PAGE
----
In the early hours of Jan. 1, the Texas Exes unveiled a new look. New Year’s revelers may have noticed the change if they were checking Facebook or Twitter—or if they were one of the 15 people who logged onto our website and joined the Association on the first day of 2013 (getting the year started off right!).
But for those who haven’t seen it yet, here is our new, updated Texas Exes logo.
The new logo builds on the Texas Exes’ distinctive look using the horseshoe TEX and signature burnt orange, and those elements create a strong connection to the Association’s heritage,” says Dave Shaw. “At the same time, the redesign is contemporary and inviting to a new generation of Texas Exes.
Before we get too deep into the details of the new mark, let me share with you how this change came about. Over the past year and a half, the Texas Exes has done some major self-reflection. Relying on the wise counsel of our volunteer leadership, university leadership, constituent groups, and the expertise of our staff, we completed an extensive strategic plan. We developed new purpose and vision statements, identified our key values, and set strategic priorities for the next few years. The intent was to re-examine who we are and why we exist as an organization, to reaffirm our core reason for being, and then to let that process guide what we would do and how we would invest our time and resources.
While we arrived at some new activities to implement, our core purpose is essentially the same as it was when were founded 128 years ago, although we want to state it with even more vigor than before: we exist to be an independent voice that champions The University of Texas at Austin and organizes alumni and friends into a formidable network to change the world. Our vision is to be recognized as indispensable to our alma mater, to connect and engage supporters of the University so that together we can support UT as it strives to be known worldwide as an institution of the first class.
Having gone through that process of self-reflection, we began looking at how we present ourselves to our members, to alumni, and to the general public. What we quickly found was that we were missing an opportunity to be crystal clear about who we are and what we do. We had as many logos as we did initiatives, and many of our programs, events, and chapters had their own distinct visual identities. The result was that people weren’t associating Texas Exes with all that it did, which of course made it hard to argue that we were being recognized as indispensable.
So this summer, we brought in Austin-based Arsenal Advertising + Public Relations to conduct a 360-degree audit of the Texas Exes brand. They conducted dozens of interviews, ran surveys, and spent hours poring through brochures, old Alcaldes, and other printed materials. What they found was largely encouraging—that while there was brand confusion, awareness of Texas Exes is high and favorable. The University community and alumni generally want to affiliate with the alumni association and for it to succeed.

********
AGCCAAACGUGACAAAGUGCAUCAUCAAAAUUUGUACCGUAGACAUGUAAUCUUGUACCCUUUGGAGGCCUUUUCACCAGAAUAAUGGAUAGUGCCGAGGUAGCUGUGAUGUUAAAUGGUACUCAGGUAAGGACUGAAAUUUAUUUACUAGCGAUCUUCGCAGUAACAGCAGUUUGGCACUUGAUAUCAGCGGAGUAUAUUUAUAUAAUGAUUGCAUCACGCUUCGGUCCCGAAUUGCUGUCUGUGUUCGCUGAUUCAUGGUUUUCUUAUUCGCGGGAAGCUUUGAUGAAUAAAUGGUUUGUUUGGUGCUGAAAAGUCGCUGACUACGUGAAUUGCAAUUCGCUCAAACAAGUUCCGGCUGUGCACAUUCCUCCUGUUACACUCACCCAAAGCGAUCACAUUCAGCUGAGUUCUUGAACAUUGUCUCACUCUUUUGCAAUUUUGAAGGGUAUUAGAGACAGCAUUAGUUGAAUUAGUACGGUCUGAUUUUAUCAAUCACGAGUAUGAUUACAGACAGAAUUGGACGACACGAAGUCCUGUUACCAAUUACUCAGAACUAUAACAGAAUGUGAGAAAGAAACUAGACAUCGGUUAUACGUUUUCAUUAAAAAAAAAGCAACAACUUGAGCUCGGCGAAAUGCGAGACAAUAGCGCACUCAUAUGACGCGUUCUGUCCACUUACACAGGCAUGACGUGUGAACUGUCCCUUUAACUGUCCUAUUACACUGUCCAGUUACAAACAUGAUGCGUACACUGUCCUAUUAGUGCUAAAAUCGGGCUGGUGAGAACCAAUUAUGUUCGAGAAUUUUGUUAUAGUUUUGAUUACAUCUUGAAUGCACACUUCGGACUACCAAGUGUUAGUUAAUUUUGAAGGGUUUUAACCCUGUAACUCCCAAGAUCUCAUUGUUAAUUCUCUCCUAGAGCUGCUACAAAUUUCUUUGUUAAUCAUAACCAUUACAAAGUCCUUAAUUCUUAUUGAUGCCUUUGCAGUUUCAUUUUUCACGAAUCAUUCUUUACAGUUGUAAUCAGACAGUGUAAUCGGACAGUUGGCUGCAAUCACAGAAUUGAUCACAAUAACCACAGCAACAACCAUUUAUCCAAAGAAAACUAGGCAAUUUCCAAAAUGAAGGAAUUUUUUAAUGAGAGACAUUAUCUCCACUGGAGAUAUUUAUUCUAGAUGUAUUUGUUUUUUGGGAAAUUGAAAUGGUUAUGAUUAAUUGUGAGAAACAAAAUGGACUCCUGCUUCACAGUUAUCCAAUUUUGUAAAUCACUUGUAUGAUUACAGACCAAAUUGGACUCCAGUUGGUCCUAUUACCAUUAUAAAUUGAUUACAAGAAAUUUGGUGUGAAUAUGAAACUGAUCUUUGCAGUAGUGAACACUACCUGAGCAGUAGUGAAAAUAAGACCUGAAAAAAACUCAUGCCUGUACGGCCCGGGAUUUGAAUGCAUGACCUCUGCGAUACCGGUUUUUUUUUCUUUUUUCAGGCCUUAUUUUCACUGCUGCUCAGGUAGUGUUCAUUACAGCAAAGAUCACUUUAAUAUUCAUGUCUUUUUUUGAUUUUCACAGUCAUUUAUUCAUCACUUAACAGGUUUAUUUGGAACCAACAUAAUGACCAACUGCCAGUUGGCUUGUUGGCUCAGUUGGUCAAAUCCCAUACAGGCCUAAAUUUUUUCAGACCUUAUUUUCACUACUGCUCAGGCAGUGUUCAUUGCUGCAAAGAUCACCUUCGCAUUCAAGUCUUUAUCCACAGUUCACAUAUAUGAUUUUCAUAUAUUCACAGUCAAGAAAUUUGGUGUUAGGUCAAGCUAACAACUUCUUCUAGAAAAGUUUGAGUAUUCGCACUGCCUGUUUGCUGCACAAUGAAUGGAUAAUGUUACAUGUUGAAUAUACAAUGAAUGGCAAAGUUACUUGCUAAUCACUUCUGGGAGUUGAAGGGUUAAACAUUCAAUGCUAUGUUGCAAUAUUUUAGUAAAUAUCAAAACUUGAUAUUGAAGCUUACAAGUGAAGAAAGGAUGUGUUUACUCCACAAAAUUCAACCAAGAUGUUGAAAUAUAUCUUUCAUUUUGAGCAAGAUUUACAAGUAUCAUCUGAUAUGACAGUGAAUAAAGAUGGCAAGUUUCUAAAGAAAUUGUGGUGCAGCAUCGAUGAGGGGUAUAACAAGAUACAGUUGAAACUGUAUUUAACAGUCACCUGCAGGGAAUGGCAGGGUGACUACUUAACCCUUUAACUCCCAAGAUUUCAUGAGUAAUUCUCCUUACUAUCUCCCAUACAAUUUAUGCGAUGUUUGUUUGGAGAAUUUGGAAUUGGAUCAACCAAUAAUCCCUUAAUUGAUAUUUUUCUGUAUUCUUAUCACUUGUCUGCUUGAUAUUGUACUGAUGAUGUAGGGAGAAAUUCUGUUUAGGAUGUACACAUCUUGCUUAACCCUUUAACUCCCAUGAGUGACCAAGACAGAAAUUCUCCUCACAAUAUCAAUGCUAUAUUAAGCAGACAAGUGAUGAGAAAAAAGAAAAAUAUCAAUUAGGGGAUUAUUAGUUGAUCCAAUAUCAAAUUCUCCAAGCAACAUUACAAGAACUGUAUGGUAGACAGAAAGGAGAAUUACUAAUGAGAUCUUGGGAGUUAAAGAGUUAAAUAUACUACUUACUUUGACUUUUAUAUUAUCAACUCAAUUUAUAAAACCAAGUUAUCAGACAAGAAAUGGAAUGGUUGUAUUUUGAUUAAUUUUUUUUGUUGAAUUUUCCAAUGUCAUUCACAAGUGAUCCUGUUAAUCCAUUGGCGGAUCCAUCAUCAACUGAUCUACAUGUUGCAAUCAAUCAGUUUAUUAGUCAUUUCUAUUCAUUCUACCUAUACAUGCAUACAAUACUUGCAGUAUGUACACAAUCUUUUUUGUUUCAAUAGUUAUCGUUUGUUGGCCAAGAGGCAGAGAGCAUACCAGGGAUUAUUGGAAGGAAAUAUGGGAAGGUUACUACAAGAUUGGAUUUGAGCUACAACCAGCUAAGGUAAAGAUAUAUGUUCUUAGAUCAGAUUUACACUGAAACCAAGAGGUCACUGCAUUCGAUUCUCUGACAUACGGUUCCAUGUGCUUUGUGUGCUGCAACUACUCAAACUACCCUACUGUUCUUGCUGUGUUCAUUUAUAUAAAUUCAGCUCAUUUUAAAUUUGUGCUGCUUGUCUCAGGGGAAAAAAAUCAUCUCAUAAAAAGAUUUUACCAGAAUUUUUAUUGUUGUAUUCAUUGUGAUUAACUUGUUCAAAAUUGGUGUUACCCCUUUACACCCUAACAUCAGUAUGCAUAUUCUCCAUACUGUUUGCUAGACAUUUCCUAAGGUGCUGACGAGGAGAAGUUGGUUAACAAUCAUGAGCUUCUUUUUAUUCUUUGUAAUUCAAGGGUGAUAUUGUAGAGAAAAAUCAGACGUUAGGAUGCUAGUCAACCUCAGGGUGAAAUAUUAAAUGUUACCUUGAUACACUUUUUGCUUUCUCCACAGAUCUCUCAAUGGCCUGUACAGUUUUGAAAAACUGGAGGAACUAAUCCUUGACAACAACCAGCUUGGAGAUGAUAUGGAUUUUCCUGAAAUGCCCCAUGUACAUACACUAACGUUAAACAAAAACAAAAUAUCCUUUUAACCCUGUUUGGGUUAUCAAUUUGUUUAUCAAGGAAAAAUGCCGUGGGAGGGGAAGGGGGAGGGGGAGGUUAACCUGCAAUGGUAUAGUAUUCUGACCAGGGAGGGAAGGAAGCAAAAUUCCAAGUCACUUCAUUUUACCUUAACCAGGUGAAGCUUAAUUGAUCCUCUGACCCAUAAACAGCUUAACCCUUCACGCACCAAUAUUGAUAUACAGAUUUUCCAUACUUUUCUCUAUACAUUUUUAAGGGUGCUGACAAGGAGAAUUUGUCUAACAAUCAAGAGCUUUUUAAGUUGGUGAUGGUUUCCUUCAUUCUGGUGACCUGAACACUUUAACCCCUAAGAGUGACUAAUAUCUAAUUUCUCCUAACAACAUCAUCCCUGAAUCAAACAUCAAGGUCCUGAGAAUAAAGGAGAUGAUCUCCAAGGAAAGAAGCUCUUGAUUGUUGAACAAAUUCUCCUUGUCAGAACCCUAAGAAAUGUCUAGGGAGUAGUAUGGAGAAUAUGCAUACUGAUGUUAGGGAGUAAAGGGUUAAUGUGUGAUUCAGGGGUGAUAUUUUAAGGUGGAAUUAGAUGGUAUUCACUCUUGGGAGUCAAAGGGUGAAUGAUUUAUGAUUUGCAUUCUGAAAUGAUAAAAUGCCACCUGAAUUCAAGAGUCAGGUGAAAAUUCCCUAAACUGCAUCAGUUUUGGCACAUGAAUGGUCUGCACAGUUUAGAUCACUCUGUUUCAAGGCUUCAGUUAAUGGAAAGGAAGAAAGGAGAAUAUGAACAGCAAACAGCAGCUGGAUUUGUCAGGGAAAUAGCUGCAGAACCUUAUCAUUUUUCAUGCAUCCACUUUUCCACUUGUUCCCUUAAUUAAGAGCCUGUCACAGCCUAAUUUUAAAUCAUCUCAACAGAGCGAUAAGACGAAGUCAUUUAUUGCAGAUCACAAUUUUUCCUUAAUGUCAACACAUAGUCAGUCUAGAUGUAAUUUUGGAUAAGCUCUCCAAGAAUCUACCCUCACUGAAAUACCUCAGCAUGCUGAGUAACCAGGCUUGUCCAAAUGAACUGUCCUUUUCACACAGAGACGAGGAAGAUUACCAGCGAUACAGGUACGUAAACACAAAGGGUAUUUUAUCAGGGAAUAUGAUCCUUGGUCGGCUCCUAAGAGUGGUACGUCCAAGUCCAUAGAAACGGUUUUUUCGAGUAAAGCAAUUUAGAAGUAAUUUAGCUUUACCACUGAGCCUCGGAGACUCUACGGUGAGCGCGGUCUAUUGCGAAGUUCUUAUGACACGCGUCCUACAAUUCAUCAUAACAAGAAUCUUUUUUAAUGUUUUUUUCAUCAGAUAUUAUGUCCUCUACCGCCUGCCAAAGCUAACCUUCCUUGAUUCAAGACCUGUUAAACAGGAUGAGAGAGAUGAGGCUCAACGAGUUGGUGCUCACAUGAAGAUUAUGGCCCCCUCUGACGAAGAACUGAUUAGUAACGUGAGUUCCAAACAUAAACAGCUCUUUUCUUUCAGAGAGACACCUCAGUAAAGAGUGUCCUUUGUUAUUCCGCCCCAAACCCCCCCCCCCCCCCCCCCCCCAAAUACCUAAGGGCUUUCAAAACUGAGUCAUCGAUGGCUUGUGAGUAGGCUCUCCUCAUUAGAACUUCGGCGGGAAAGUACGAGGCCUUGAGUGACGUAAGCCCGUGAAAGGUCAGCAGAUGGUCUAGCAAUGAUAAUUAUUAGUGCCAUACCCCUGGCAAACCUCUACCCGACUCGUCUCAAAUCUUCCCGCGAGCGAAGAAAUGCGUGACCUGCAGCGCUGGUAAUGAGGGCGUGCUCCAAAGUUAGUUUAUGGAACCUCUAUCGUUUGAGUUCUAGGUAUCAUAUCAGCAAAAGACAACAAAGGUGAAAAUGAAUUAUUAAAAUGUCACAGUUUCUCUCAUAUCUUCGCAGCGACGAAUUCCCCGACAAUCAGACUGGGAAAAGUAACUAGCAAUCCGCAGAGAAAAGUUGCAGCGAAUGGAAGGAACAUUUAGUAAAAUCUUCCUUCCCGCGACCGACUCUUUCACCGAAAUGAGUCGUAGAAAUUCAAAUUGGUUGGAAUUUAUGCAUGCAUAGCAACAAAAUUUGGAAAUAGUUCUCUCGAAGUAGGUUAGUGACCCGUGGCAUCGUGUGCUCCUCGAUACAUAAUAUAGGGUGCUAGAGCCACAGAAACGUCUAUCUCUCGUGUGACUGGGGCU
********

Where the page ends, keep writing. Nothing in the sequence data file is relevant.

Toward the end of the process, Arsenal turned its attention toward building a schema that could help us unify and improve our visual identity so that it matched our strategic ambition. The goal was to honor the traditions of our long and storied history while creating a clean and compelling structure for the future. “The new logo builds on the Texas Exes’ distinctive look using the horseshoe TEX and signature burnt orange, and those elements create a strong connection to the Association’s heritage,” says Dave Shaw, BS ’92, Life Member, who led the brand audit. “At the same time, the redesign is contemporary and inviting to a new generation of Texas Exes.”
Now, back to those details. The horseshoe is easier to see now when it is made smaller. The typeface is custom-designed for us and updated for improved legibility. And while the spirit of our battle cry lives on in the hearts of so many, we removed the tagline of “‘Til Gabriel Blows His Horn” to allow the chapter identification to be cleanly and tightly integrated into the brand. We’ve also implemented a brand hierarchy that will stop the proliferation of logos and improve brand identity. These changes are more than just aesthetic. They are informed by our priorities to be more focused and relevant to the University and its alumni than ever, to improve the student experience, to communicate the value of UT, and to advocate on its behalf.
Over the next several weeks and months, we will be rebuilding the Texas Exes visual identity around this new logo. All Texas Exes Life Members will be receiving a sheet with new car decals. Be sure to slap one on! Our goal is for people to know exactly who we are and what we stand for every time they see the Texas Exes logo wherever it is around the world.
Happy New Year, and Hook ’em!
Lin Quan Chun:
look at all these salty parents....
I still have to shake my head at what's happened at my alma mater. Wasn't eliti...
Sharron Sue Radney Lichtenberger:
There is a lot more to this story that isn't told....
The University of Texas system was founded like other land-grant institutions ac...
Mark L. Jackson:
This is nothing but window dressing....